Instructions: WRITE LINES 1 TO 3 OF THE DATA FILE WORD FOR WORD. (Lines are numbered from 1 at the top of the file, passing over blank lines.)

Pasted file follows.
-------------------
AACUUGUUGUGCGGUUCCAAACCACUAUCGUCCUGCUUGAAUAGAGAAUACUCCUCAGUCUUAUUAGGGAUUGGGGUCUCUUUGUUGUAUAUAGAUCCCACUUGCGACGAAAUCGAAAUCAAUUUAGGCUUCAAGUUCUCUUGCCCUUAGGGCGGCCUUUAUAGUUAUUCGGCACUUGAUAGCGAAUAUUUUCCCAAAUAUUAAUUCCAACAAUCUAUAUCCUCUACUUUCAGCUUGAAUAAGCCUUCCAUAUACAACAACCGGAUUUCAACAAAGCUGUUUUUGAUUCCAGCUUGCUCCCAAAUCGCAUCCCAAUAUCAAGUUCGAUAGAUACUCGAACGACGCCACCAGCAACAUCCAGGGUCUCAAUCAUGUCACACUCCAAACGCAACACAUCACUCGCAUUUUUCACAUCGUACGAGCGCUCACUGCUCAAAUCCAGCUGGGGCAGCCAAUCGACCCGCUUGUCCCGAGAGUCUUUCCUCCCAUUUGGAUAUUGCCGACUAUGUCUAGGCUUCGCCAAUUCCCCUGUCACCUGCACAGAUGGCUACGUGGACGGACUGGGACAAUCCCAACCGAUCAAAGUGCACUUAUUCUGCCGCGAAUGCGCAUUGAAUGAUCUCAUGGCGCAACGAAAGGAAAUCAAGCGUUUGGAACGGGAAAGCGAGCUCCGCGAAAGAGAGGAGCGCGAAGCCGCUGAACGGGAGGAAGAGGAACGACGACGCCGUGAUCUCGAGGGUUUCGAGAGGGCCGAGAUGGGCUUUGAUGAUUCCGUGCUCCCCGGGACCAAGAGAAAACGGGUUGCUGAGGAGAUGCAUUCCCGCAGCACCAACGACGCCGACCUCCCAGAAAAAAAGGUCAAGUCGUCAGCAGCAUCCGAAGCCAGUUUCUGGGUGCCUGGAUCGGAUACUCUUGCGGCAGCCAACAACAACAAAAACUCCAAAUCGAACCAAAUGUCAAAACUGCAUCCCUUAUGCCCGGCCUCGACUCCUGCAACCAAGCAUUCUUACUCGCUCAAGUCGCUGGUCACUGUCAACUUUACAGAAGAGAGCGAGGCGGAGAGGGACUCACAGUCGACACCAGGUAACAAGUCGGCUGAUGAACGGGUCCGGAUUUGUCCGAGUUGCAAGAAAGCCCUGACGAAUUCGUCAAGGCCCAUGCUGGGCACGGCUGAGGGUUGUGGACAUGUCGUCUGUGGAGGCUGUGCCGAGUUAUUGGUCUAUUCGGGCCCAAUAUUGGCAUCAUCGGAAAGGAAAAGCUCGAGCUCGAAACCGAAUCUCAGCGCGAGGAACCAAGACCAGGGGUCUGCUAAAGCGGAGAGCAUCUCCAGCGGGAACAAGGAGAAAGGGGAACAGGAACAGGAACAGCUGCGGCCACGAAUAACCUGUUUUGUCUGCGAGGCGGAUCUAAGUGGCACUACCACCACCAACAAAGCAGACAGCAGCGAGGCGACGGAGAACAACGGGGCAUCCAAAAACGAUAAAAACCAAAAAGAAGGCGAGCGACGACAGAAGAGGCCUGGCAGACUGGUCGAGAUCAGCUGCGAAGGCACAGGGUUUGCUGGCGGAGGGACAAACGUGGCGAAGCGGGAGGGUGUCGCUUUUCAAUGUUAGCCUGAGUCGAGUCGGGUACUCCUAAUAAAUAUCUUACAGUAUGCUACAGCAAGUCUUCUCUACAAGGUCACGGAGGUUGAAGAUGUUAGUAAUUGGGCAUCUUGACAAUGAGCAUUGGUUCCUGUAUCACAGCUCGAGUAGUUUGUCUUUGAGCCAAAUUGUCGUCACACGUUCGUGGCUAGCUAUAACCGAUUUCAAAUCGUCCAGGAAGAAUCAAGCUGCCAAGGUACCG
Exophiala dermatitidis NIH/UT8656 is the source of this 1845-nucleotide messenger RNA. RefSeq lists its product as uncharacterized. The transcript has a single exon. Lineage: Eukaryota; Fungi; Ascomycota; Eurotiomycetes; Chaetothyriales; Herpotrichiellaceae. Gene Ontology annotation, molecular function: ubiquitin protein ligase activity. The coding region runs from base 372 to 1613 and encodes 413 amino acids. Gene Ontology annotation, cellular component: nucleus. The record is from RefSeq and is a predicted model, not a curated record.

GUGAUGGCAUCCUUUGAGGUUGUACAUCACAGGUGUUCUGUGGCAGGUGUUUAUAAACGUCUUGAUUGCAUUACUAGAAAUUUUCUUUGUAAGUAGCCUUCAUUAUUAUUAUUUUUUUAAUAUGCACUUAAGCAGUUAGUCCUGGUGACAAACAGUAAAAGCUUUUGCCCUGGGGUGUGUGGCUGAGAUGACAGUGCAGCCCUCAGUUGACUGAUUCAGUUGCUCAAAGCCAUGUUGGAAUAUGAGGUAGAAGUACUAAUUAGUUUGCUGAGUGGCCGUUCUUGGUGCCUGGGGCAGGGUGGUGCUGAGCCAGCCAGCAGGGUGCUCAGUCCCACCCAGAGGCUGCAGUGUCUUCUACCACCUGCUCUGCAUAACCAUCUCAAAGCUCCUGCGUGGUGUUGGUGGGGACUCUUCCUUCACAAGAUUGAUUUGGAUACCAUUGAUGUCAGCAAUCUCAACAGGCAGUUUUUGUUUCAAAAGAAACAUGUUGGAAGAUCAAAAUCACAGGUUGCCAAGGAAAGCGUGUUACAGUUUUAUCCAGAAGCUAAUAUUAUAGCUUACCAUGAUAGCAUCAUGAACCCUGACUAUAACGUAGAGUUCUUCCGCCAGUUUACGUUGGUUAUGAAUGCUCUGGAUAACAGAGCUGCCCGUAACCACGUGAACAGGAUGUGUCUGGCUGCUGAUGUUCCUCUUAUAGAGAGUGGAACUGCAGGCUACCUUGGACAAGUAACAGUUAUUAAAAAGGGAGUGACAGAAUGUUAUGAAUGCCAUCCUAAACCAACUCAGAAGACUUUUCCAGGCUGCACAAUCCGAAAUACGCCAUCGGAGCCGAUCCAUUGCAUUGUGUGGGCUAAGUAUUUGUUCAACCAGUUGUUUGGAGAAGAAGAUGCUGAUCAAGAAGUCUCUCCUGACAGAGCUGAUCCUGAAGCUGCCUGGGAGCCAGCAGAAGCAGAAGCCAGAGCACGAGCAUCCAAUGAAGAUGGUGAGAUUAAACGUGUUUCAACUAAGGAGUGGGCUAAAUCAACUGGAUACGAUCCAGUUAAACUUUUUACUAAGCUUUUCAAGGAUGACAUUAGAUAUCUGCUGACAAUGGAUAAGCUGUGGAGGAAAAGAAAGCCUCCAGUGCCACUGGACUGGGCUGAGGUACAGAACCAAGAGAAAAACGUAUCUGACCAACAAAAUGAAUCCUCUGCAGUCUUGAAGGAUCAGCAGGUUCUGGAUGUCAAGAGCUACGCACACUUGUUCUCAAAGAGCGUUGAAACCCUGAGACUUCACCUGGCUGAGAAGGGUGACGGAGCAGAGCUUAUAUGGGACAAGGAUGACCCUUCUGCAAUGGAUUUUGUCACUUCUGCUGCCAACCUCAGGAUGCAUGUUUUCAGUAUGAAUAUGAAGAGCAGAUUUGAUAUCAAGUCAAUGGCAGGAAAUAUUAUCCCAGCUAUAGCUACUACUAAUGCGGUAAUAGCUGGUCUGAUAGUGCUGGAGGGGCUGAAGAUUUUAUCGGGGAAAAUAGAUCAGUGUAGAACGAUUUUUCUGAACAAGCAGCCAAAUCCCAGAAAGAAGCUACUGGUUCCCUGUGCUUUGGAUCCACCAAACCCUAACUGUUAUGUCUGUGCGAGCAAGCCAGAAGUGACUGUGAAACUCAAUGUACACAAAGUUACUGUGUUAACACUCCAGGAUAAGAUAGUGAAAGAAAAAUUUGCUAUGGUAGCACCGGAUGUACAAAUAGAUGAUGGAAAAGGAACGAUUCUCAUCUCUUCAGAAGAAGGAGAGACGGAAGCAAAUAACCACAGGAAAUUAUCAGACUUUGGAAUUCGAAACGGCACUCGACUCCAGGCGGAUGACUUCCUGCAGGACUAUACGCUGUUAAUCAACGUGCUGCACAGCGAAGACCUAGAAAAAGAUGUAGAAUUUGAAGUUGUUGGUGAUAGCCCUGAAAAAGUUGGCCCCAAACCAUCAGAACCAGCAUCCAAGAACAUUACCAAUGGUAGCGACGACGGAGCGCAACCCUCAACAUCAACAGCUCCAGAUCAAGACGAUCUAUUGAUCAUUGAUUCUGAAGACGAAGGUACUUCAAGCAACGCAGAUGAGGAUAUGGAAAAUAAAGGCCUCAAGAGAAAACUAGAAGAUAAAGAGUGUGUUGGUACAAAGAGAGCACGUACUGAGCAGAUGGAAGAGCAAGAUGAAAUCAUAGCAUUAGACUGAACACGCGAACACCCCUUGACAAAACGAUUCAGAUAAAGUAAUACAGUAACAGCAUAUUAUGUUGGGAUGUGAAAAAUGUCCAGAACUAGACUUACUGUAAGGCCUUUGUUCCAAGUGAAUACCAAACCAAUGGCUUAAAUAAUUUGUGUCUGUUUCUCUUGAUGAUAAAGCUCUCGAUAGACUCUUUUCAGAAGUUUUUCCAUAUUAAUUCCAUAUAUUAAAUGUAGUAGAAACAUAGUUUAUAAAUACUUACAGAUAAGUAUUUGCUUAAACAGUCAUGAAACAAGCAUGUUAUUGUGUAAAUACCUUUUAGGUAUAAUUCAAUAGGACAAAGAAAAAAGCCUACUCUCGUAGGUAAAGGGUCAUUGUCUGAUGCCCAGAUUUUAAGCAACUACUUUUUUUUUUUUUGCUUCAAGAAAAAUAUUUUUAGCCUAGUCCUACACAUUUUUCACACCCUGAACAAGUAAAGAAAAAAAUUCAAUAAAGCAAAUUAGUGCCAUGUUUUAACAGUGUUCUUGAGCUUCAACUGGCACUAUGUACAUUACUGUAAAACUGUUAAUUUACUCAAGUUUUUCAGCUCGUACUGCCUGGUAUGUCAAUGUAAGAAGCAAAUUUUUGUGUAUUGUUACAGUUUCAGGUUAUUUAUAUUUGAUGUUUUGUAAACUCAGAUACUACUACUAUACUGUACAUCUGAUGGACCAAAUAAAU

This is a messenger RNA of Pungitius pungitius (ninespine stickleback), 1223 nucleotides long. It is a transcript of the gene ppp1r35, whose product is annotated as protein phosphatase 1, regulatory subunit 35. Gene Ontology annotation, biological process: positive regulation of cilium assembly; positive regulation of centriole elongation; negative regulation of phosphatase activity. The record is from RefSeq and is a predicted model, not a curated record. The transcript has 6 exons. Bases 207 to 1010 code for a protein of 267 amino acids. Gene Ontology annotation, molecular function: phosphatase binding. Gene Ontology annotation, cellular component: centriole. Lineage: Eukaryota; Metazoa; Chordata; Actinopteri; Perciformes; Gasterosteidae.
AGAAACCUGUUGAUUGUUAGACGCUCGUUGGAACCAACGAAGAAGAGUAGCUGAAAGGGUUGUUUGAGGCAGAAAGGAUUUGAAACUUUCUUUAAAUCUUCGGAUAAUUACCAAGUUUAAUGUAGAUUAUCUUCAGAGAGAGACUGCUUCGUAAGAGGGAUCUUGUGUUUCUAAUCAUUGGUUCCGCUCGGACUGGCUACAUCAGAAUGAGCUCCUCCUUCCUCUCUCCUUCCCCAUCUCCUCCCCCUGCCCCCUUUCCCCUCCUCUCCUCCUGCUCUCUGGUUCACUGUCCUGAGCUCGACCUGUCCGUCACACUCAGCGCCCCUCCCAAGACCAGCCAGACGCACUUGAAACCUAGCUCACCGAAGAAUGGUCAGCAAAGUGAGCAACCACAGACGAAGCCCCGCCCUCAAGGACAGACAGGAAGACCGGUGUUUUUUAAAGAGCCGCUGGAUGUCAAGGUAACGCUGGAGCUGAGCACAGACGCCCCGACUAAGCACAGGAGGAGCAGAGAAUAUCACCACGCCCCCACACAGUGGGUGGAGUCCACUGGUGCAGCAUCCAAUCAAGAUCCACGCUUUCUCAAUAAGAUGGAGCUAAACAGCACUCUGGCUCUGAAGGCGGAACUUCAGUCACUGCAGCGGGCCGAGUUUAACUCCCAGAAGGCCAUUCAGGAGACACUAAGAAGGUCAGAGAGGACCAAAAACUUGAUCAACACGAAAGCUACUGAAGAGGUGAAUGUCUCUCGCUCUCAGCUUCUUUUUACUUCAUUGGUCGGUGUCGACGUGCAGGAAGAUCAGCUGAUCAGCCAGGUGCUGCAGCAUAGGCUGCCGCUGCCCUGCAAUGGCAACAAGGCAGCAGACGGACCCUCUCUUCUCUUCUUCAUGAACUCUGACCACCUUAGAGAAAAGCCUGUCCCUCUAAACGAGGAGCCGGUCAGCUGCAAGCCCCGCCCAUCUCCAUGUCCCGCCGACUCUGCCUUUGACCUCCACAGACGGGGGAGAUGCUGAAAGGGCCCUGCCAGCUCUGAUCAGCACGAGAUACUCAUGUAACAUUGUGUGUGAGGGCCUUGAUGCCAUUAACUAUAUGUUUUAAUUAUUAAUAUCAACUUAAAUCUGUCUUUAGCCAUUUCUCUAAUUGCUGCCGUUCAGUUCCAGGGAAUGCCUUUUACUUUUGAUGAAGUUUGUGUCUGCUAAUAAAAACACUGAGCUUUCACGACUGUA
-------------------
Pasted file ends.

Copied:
AACUUGUUGUGCGGUUCCAAACCACUAUCGUCCUGCUUGAAUAGAGAAUACUCCUCAGUCUUAUUAGGGAUUGGGGUCUCUUUGUUGUAUAUAGAUCCCACUUGCGACGAAAUCGAAAUCAAUUUAGGCUUCAAGUUCUCUUGCCCUUAGGGCGGCCUUUAUAGUUAUUCGGCACUUGAUAGCGAAUAUUUUCCCAAAUAUUAAUUCCAACAAUCUAUAUCCUCUACUUUCAGCUUGAAUAAGCCUUCCAUAUACAACAACCGGAUUUCAACAAAGCUGUUUUUGAUUCCAGCUUGCUCCCAAAUCGCAUCCCAAUAUCAAGUUCGAUAGAUACUCGAACGACGCCACCAGCAACAUCCAGGGUCUCAAUCAUGUCACACUCCAAACGCAACACAUCACUCGCAUUUUUCACAUCGUACGAGCGCUCACUGCUCAAAUCCAGCUGGGGCAGCCAAUCGACCCGCUUGUCCCGAGAGUCUUUCCUCCCAUUUGGAUAUUGCCGACUAUGUCUAGGCUUCGCCAAUUCCCCUGUCACCUGCACAGAUGGCUACGUGGACGGACUGGGACAAUCCCAACCGAUCAAAGUGCACUUAUUCUGCCGCGAAUGCGCAUUGAAUGAUCUCAUGGCGCAACGAAAGGAAAUCAAGCGUUUGGAACGGGAAAGCGAGCUCCGCGAAAGAGAGGAGCGCGAAGCCGCUGAACGGGAGGAAGAGGAACGACGACGCCGUGAUCUCGAGGGUUUCGAGAGGGCCGAGAUGGGCUUUGAUGAUUCCGUGCUCCCCGGGACCAAGAGAAAACGGGUUGCUGAGGAGAUGCAUUCCCGCAGCACCAACGACGCCGACCUCCCAGAAAAAAAGGUCAAGUCGUCAGCAGCAUCCGAAGCCAGUUUCUGGGUGCCUGGAUCGGAUACUCUUGCGGCAGCCAACAACAACAAAAACUCCAAAUCGAACCAAAUGUCAAAACUGCAUCCCUUAUGCCCGGCCUCGACUCCUGCAACCAAGCAUUCUUACUCGCUCAAGUCGCUGGUCACUGUCAACUUUACAGAAGAGAGCGAGGCGGAGAGGGACUCACAGUCGACACCAGGUAACAAGUCGGCUGAUGAACGGGUCCGGAUUUGUCCGAGUUGCAAGAAAGCCCUGACGAAUUCGUCAAGGCCCAUGCUGGGCACGGCUGAGGGUUGUGGACAUGUCGUCUGUGGAGGCUGUGCCGAGUUAUUGGUCUAUUCGGGCCCAAUAUUGGCAUCAUCGGAAAGGAAAAGCUCGAGCUCGAAACCGAAUCUCAGCGCGAGGAACCAAGACCAGGGGUCUGCUAAAGCGGAGAGCAUCUCCAGCGGGAACAAGGAGAAAGGGGAACAGGAACAGGAACAGCUGCGGCCACGAAUAACCUGUUUUGUCUGCGAGGCGGAUCUAAGUGGCACUACCACCACCAACAAAGCAGACAGCAGCGAGGCGACGGAGAACAACGGGGCAUCCAAAAACGAUAAAAACCAAAAAGAAGGCGAGCGACGACAGAAGAGGCCUGGCAGACUGGUCGAGAUCAGCUGCGAAGGCACAGGGUUUGCUGGCGGAGGGACAAACGUGGCGAAGCGGGAGGGUGUCGCUUUUCAAUGUUAGCCUGAGUCGAGUCGGGUACUCCUAAUAAAUAUCUUACAGUAUGCUACAGCAAGUCUUCUCUACAAGGUCACGGAGGUUGAAGAUGUUAGUAAUUGGGCAUCUUGACAAUGAGCAUUGGUUCCUGUAUCACAGCUCGAGUAGUUUGUCUUUGAGCCAAAUUGUCGUCACACGUUCGUGGCUAGCUAUAACCGAUUUCAAAUCGUCCAGGAAGAAUCAAGCUGCCAAGGUACCG
Exophiala dermatitidis NIH/UT8656 is the source of this 1845-nucleotide messenger RNA. RefSeq lists its product as uncharacterized. The transcript has a single exon. Lineage: Eukaryota; Fungi; Ascomycota; Eurotiomycetes; Chaetothyriales; Herpotrichiellaceae. Gene Ontology annotation, molecular function: ubiquitin protein ligase activity. The coding region runs from base 372 to 1613 and encodes 413 amino acids. Gene Ontology annotation, cellular component: nucleus. The record is from RefSeq and is a predicted model, not a curated record.

GUGAUGGCAUCCUUUGAGGUUGUACAUCACAGGUGUUCUGUGGCAGGUGUUUAUAAACGUCUUGAUUGCAUUACUAGAAAUUUUCUUUGUAAGUAGCCUUCAUUAUUAUUAUUUUUUUAAUAUGCACUUAAGCAGUUAGUCCUGGUGACAAACAGUAAAAGCUUUUGCCCUGGGGUGUGUGGCUGAGAUGACAGUGCAGCCCUCAGUUGACUGAUUCAGUUGCUCAAAGCCAUGUUGGAAUAUGAGGUAGAAGUACUAAUUAGUUUGCUGAGUGGCCGUUCUUGGUGCCUGGGGCAGGGUGGUGCUGAGCCAGCCAGCAGGGUGCUCAGUCCCACCCAGAGGCUGCAGUGUCUUCUACCACCUGCUCUGCAUAACCAUCUCAAAGCUCCUGCGUGGUGUUGGUGGGGACUCUUCCUUCACAAGAUUGAUUUGGAUACCAUUGAUGUCAGCAAUCUCAACAGGCAGUUUUUGUUUCAAAAGAAACAUGUUGGAAGAUCAAAAUCACAGGUUGCCAAGGAAAGCGUGUUACAGUUUUAUCCAGAAGCUAAUAUUAUAGCUUACCAUGAUAGCAUCAUGAACCCUGACUAUAACGUAGAGUUCUUCCGCCAGUUUACGUUGGUUAUGAAUGCUCUGGAUAACAGAGCUGCCCGUAACCACGUGAACAGGAUGUGUCUGGCUGCUGAUGUUCCUCUUAUAGAGAGUGGAACUGCAGGCUACCUUGGACAAGUAACAGUUAUUAAAAAGGGAGUGACAGAAUGUUAUGAAUGCCAUCCUAAACCAACUCAGAAGACUUUUCCAGGCUGCACAAUCCGAAAUACGCCAUCGGAGCCGAUCCAUUGCAUUGUGUGGGCUAAGUAUUUGUUCAACCAGUUGUUUGGAGAAGAAGAUGCUGAUCAAGAAGUCUCUCCUGACAGAGCUGAUCCUGAAGCUGCCUGGGAGCCAGCAGAAGCAGAAGCCAGAGCACGAGCAUCCAAUGAAGAUGGUGAGAUUAAACGUGUUUCAACUAAGGAGUGGGCUAAAUCAACUGGAUACGAUCCAGUUAAACUUUUUACUAAGCUUUUCAAGGAUGACAUUAGAUAUCUGCUGACAAUGGAUAAGCUGUGGAGGAAAAGAAAGCCUCCAGUGCCACUGGACUGGGCUGAGGUACAGAACCAAGAGAAAAACGUAUCUGACCAACAAAAUGAAUCCUCUGCAGUCUUGAAGGAUCAGCAGGUUCUGGAUGUCAAGAGCUACGCACACUUGUUCUCAAAGAGCGUUGAAACCCUGAGACUUCACCUGGCUGAGAAGGGUGACGGAGCAGAGCUUAUAUGGGACAAGGAUGACCCUUCUGCAAUGGAUUUUGUCACUUCUGCUGCCAACCUCAGGAUGCAUGUUUUCAGUAUGAAUAUGAAGAGCAGAUUUGAUAUCAAGUCAAUGGCAGGAAAUAUUAUCCCAGCUAUAGCUACUACUAAUGCGGUAAUAGCUGGUCUGAUAGUGCUGGAGGGGCUGAAGAUUUUAUCGGGGAAAAUAGAUCAGUGUAGAACGAUUUUUCUGAACAAGCAGCCAAAUCCCAGAAAGAAGCUACUGGUUCCCUGUGCUUUGGAUCCACCAAACCCUAACUGUUAUGUCUGUGCGAGCAAGCCAGAAGUGACUGUGAAACUCAAUGUACACAAAGUUACUGUGUUAACACUCCAGGAUAAGAUAGUGAAAGAAAAAUUUGCUAUGGUAGCACCGGAUGUACAAAUAGAUGAUGGAAAAGGAACGAUUCUCAUCUCUUCAGAAGAAGGAGAGACGGAAGCAAAUAACCACAGGAAAUUAUCAGACUUUGGAAUUCGAAACGGCACUCGACUCCAGGCGGAUGACUUCCUGCAGGACUAUACGCUGUUAAUCAACGUGCUGCACAGCGAAGACCUAGAAAAAGAUGUAGAAUUUGAAGUUGUUGGUGAUAGCCCUGAAAAAGUUGGCCCCAAACCAUCAGAACCAGCAUCCAAGAACAUUACCAAUGGUAGCGACGACGGAGCGCAACCCUCAACAUCAACAGCUCCAGAUCAAGACGAUCUAUUGAUCAUUGAUUCUGAAGACGAAGGUACUUCAAGCAACGCAGAUGAGGAUAUGGAAAAUAAAGGCCUCAAGAGAAAACUAGAAGAUAAAGAGUGUGUUGGUACAAAGAGAGCACGUACUGAGCAGAUGGAAGAGCAAGAUGAAAUCAUAGCAUUAGACUGAACACGCGAACACCCCUUGACAAAACGAUUCAGAUAAAGUAAUACAGUAACAGCAUAUUAUGUUGGGAUGUGAAAAAUGUCCAGAACUAGACUUACUGUAAGGCCUUUGUUCCAAGUGAAUACCAAACCAAUGGCUUAAAUAAUUUGUGUCUGUUUCUCUUGAUGAUAAAGCUCUCGAUAGACUCUUUUCAGAAGUUUUUCCAUAUUAAUUCCAUAUAUUAAAUGUAGUAGAAACAUAGUUUAUAAAUACUUACAGAUAAGUAUUUGCUUAAACAGUCAUGAAACAAGCAUGUUAUUGUGUAAAUACCUUUUAGGUAUAAUUCAAUAGGACAAAGAAAAAAGCCUACUCUCGUAGGUAAAGGGUCAUUGUCUGAUGCCCAGAUUUUAAGCAACUACUUUUUUUUUUUUUGCUUCAAGAAAAAUAUUUUUAGCCUAGUCCUACACAUUUUUCACACCCUGAACAAGUAAAGAAAAAAAUUCAAUAAAGCAAAUUAGUGCCAUGUUUUAACAGUGUUCUUGAGCUUCAACUGGCACUAUGUACAUUACUGUAAAACUGUUAAUUUACUCAAGUUUUUCAGCUCGUACUGCCUGGUAUGUCAAUGUAAGAAGCAAAUUUUUGUGUAUUGUUACAGUUUCAGGUUAUUUAUAUUUGAUGUUUUGUAAACUCAGAUACUACUACUAUACUGUACAUCUGAUGGACCAAAUAAAU